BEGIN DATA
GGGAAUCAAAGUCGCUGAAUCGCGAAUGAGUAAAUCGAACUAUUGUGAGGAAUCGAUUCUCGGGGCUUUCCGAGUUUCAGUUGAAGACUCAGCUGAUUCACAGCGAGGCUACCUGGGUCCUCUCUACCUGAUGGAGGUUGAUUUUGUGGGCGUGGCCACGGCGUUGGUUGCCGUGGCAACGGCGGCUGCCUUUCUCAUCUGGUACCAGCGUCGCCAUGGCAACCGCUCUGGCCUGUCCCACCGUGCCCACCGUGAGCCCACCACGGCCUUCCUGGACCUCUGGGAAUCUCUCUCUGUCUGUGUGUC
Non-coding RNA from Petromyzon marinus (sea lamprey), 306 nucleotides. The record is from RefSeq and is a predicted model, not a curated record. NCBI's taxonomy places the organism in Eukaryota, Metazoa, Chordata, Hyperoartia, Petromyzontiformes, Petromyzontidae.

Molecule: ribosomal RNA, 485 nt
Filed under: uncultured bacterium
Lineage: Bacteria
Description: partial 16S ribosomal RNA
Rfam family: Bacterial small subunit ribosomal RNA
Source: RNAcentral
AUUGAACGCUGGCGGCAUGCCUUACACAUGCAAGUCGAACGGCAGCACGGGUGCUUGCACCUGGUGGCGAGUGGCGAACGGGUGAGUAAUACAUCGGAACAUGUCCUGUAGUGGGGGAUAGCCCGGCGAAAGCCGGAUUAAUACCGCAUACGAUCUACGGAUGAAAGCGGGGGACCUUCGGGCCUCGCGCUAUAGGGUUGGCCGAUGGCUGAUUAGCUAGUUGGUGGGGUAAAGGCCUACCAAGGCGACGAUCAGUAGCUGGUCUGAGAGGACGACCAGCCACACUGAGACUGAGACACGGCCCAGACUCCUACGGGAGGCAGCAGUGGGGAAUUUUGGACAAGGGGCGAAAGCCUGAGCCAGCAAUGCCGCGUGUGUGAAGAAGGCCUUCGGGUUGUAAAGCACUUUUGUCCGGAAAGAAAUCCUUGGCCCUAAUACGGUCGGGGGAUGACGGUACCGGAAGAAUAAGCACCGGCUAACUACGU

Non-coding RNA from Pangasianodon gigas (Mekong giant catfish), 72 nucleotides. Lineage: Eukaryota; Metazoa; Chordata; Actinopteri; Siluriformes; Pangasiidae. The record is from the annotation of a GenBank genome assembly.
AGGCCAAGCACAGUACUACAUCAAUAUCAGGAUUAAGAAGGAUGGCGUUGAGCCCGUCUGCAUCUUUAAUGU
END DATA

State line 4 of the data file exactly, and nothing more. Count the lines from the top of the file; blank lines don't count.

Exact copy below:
Filed under: uncultured bacterium